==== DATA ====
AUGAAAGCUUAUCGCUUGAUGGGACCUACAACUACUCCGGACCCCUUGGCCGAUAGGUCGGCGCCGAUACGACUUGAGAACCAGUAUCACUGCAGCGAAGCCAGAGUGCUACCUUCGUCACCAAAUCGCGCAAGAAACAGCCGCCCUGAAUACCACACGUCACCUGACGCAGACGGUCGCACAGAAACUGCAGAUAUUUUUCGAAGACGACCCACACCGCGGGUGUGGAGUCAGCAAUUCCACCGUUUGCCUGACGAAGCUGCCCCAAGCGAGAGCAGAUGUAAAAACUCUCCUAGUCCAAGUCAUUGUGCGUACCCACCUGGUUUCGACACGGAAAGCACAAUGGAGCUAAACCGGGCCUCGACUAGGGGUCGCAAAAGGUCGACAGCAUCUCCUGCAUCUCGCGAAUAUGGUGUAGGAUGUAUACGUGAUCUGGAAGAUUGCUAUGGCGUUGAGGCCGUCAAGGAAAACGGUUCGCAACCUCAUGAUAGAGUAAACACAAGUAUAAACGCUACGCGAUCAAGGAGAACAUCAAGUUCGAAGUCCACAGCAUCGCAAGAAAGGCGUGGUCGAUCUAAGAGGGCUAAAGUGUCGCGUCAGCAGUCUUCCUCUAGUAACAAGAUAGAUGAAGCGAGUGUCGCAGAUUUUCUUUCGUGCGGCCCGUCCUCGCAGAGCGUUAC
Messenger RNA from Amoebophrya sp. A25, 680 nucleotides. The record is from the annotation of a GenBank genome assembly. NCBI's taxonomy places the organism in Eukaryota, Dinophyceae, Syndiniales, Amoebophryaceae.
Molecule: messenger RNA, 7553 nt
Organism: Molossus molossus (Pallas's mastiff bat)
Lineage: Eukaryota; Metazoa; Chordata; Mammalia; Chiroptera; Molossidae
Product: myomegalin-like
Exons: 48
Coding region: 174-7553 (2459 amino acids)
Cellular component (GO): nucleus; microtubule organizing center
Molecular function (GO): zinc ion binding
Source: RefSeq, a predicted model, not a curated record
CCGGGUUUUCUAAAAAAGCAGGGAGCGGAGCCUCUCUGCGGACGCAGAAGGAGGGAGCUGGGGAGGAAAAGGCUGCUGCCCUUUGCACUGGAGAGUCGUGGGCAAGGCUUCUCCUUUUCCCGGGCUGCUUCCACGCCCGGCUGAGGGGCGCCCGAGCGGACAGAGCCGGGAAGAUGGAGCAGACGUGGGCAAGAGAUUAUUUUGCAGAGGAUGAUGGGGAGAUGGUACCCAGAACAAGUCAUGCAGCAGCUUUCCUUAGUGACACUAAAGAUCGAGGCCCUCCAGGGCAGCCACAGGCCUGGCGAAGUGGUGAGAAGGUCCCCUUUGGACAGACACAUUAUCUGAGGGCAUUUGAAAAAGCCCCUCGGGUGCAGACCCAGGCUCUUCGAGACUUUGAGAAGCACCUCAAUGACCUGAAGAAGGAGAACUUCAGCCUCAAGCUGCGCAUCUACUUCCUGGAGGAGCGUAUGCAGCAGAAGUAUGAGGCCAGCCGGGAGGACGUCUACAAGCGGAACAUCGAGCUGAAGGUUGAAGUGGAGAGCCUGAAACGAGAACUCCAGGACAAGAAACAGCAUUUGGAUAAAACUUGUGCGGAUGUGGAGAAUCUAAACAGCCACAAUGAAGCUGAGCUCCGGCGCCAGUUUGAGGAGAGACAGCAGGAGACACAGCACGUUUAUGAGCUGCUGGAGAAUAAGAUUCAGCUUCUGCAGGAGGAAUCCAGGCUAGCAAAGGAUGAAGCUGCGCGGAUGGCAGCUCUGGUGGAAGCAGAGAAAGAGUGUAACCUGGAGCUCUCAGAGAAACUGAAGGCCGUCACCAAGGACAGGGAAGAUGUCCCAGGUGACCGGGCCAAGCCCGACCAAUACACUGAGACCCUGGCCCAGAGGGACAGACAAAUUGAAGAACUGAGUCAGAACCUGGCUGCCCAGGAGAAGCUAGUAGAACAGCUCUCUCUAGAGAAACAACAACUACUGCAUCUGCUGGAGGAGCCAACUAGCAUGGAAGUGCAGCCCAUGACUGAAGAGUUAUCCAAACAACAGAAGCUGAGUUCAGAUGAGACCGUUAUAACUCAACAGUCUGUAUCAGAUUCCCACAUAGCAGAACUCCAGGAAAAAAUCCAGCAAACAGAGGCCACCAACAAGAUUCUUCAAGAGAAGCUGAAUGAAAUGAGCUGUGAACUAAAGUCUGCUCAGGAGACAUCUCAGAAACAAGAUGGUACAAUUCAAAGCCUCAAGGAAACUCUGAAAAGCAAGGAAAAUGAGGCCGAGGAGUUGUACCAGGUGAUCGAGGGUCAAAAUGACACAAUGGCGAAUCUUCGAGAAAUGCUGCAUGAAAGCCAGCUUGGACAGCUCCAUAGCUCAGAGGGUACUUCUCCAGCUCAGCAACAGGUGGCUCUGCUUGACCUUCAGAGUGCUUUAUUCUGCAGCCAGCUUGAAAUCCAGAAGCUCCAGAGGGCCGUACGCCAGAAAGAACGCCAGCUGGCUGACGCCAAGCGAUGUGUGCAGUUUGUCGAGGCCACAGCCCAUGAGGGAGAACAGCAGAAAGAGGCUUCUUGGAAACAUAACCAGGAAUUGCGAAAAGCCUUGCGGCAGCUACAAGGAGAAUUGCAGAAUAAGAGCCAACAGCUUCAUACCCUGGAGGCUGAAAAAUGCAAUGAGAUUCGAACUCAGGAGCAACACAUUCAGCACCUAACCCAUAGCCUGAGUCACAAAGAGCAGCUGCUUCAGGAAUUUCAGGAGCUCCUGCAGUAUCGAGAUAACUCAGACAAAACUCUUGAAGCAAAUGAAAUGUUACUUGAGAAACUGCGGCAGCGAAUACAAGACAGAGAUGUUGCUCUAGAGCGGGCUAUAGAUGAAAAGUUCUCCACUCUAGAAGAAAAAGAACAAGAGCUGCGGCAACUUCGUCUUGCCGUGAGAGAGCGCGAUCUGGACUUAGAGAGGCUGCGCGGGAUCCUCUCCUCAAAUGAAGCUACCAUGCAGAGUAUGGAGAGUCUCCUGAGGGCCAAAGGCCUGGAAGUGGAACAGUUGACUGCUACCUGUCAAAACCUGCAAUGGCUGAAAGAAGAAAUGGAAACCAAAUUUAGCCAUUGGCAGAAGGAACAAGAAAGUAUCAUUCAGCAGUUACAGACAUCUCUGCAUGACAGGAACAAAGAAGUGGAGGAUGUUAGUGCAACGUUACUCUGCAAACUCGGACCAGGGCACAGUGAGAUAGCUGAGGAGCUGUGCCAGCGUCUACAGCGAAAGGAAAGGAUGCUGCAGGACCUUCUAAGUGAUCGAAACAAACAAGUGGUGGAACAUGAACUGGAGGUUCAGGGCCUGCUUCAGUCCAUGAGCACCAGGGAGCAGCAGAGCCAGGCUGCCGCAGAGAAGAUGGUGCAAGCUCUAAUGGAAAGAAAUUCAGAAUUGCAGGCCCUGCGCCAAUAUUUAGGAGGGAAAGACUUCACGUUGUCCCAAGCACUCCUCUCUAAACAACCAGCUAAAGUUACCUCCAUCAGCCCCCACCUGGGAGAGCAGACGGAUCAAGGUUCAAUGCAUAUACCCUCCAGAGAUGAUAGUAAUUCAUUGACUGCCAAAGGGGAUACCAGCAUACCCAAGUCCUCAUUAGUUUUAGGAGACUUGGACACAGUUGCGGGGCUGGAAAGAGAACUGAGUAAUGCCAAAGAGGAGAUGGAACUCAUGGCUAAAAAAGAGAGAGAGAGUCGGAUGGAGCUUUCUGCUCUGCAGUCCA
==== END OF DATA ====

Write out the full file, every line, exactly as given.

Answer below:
AUGAAAGCUUAUCGCUUGAUGGGACCUACAACUACUCCGGACCCCUUGGCCGAUAGGUCGGCGCCGAUACGACUUGAGAACCAGUAUCACUGCAGCGAAGCCAGAGUGCUACCUUCGUCACCAAAUCGCGCAAGAAACAGCCGCCCUGAAUACCACACGUCACCUGACGCAGACGGUCGCACAGAAACUGCAGAUAUUUUUCGAAGACGACCCACACCGCGGGUGUGGAGUCAGCAAUUCCACCGUUUGCCUGACGAAGCUGCCCCAAGCGAGAGCAGAUGUAAAAACUCUCCUAGUCCAAGUCAUUGUGCGUACCCACCUGGUUUCGACACGGAAAGCACAAUGGAGCUAAACCGGGCCUCGACUAGGGGUCGCAAAAGGUCGACAGCAUCUCCUGCAUCUCGCGAAUAUGGUGUAGGAUGUAUACGUGAUCUGGAAGAUUGCUAUGGCGUUGAGGCCGUCAAGGAAAACGGUUCGCAACCUCAUGAUAGAGUAAACACAAGUAUAAACGCUACGCGAUCAAGGAGAACAUCAAGUUCGAAGUCCACAGCAUCGCAAGAAAGGCGUGGUCGAUCUAAGAGGGCUAAAGUGUCGCGUCAGCAGUCUUCCUCUAGUAACAAGAUAGAUGAAGCGAGUGUCGCAGAUUUUCUUUCGUGCGGCCCGUCCUCGCAGAGCGUUAC
Messenger RNA from Amoebophrya sp. A25, 680 nucleotides. The record is from the annotation of a GenBank genome assembly. NCBI's taxonomy places the organism in Eukaryota, Dinophyceae, Syndiniales, Amoebophryaceae.
Molecule: messenger RNA, 7553 nt
Organism: Molossus molossus (Pallas's mastiff bat)
Lineage: Eukaryota; Metazoa; Chordata; Mammalia; Chiroptera; Molossidae
Product: myomegalin-like
Exons: 48
Coding region: 174-7553 (2459 amino acids)
Cellular component (GO): nucleus; microtubule organizing center
Molecular function (GO): zinc ion binding
Source: RefSeq, a predicted model, not a curated record
CCGGGUUUUCUAAAAAAGCAGGGAGCGGAGCCUCUCUGCGGACGCAGAAGGAGGGAGCUGGGGAGGAAAAGGCUGCUGCCCUUUGCACUGGAGAGUCGUGGGCAAGGCUUCUCCUUUUCCCGGGCUGCUUCCACGCCCGGCUGAGGGGCGCCCGAGCGGACAGAGCCGGGAAGAUGGAGCAGACGUGGGCAAGAGAUUAUUUUGCAGAGGAUGAUGGGGAGAUGGUACCCAGAACAAGUCAUGCAGCAGCUUUCCUUAGUGACACUAAAGAUCGAGGCCCUCCAGGGCAGCCACAGGCCUGGCGAAGUGGUGAGAAGGUCCCCUUUGGACAGACACAUUAUCUGAGGGCAUUUGAAAAAGCCCCUCGGGUGCAGACCCAGGCUCUUCGAGACUUUGAGAAGCACCUCAAUGACCUGAAGAAGGAGAACUUCAGCCUCAAGCUGCGCAUCUACUUCCUGGAGGAGCGUAUGCAGCAGAAGUAUGAGGCCAGCCGGGAGGACGUCUACAAGCGGAACAUCGAGCUGAAGGUUGAAGUGGAGAGCCUGAAACGAGAACUCCAGGACAAGAAACAGCAUUUGGAUAAAACUUGUGCGGAUGUGGAGAAUCUAAACAGCCACAAUGAAGCUGAGCUCCGGCGCCAGUUUGAGGAGAGACAGCAGGAGACACAGCACGUUUAUGAGCUGCUGGAGAAUAAGAUUCAGCUUCUGCAGGAGGAAUCCAGGCUAGCAAAGGAUGAAGCUGCGCGGAUGGCAGCUCUGGUGGAAGCAGAGAAAGAGUGUAACCUGGAGCUCUCAGAGAAACUGAAGGCCGUCACCAAGGACAGGGAAGAUGUCCCAGGUGACCGGGCCAAGCCCGACCAAUACACUGAGACCCUGGCCCAGAGGGACAGACAAAUUGAAGAACUGAGUCAGAACCUGGCUGCCCAGGAGAAGCUAGUAGAACAGCUCUCUCUAGAGAAACAACAACUACUGCAUCUGCUGGAGGAGCCAACUAGCAUGGAAGUGCAGCCCAUGACUGAAGAGUUAUCCAAACAACAGAAGCUGAGUUCAGAUGAGACCGUUAUAACUCAACAGUCUGUAUCAGAUUCCCACAUAGCAGAACUCCAGGAAAAAAUCCAGCAAACAGAGGCCACCAACAAGAUUCUUCAAGAGAAGCUGAAUGAAAUGAGCUGUGAACUAAAGUCUGCUCAGGAGACAUCUCAGAAACAAGAUGGUACAAUUCAAAGCCUCAAGGAAACUCUGAAAAGCAAGGAAAAUGAGGCCGAGGAGUUGUACCAGGUGAUCGAGGGUCAAAAUGACACAAUGGCGAAUCUUCGAGAAAUGCUGCAUGAAAGCCAGCUUGGACAGCUCCAUAGCUCAGAGGGUACUUCUCCAGCUCAGCAACAGGUGGCUCUGCUUGACCUUCAGAGUGCUUUAUUCUGCAGCCAGCUUGAAAUCCAGAAGCUCCAGAGGGCCGUACGCCAGAAAGAACGCCAGCUGGCUGACGCCAAGCGAUGUGUGCAGUUUGUCGAGGCCACAGCCCAUGAGGGAGAACAGCAGAAAGAGGCUUCUUGGAAACAUAACCAGGAAUUGCGAAAAGCCUUGCGGCAGCUACAAGGAGAAUUGCAGAAUAAGAGCCAACAGCUUCAUACCCUGGAGGCUGAAAAAUGCAAUGAGAUUCGAACUCAGGAGCAACACAUUCAGCACCUAACCCAUAGCCUGAGUCACAAAGAGCAGCUGCUUCAGGAAUUUCAGGAGCUCCUGCAGUAUCGAGAUAACUCAGACAAAACUCUUGAAGCAAAUGAAAUGUUACUUGAGAAACUGCGGCAGCGAAUACAAGACAGAGAUGUUGCUCUAGAGCGGGCUAUAGAUGAAAAGUUCUCCACUCUAGAAGAAAAAGAACAAGAGCUGCGGCAACUUCGUCUUGCCGUGAGAGAGCGCGAUCUGGACUUAGAGAGGCUGCGCGGGAUCCUCUCCUCAAAUGAAGCUACCAUGCAGAGUAUGGAGAGUCUCCUGAGGGCCAAAGGCCUGGAAGUGGAACAGUUGACUGCUACCUGUCAAAACCUGCAAUGGCUGAAAGAAGAAAUGGAAACCAAAUUUAGCCAUUGGCAGAAGGAACAAGAAAGUAUCAUUCAGCAGUUACAGACAUCUCUGCAUGACAGGAACAAAGAAGUGGAGGAUGUUAGUGCAACGUUACUCUGCAAACUCGGACCAGGGCACAGUGAGAUAGCUGAGGAGCUGUGCCAGCGUCUACAGCGAAAGGAAAGGAUGCUGCAGGACCUUCUAAGUGAUCGAAACAAACAAGUGGUGGAACAUGAACUGGAGGUUCAGGGCCUGCUUCAGUCCAUGAGCACCAGGGAGCAGCAGAGCCAGGCUGCCGCAGAGAAGAUGGUGCAAGCUCUAAUGGAAAGAAAUUCAGAAUUGCAGGCCCUGCGCCAAUAUUUAGGAGGGAAAGACUUCACGUUGUCCCAAGCACUCCUCUCUAAACAACCAGCUAAAGUUACCUCCAUCAGCCCCCACCUGGGAGAGCAGACGGAUCAAGGUUCAAUGCAUAUACCCUCCAGAGAUGAUAGUAAUUCAUUGACUGCCAAAGGGGAUACCAGCAUACCCAAGUCCUCAUUAGUUUUAGGAGACUUGGACACAGUUGCGGGGCUGGAAAGAGAACUGAGUAAUGCCAAAGAGGAGAUGGAACUCAUGGCUAAAAAAGAGAGAGAGAGUCGGAUGGAGCUUUCUGCUCUGCAGUCCA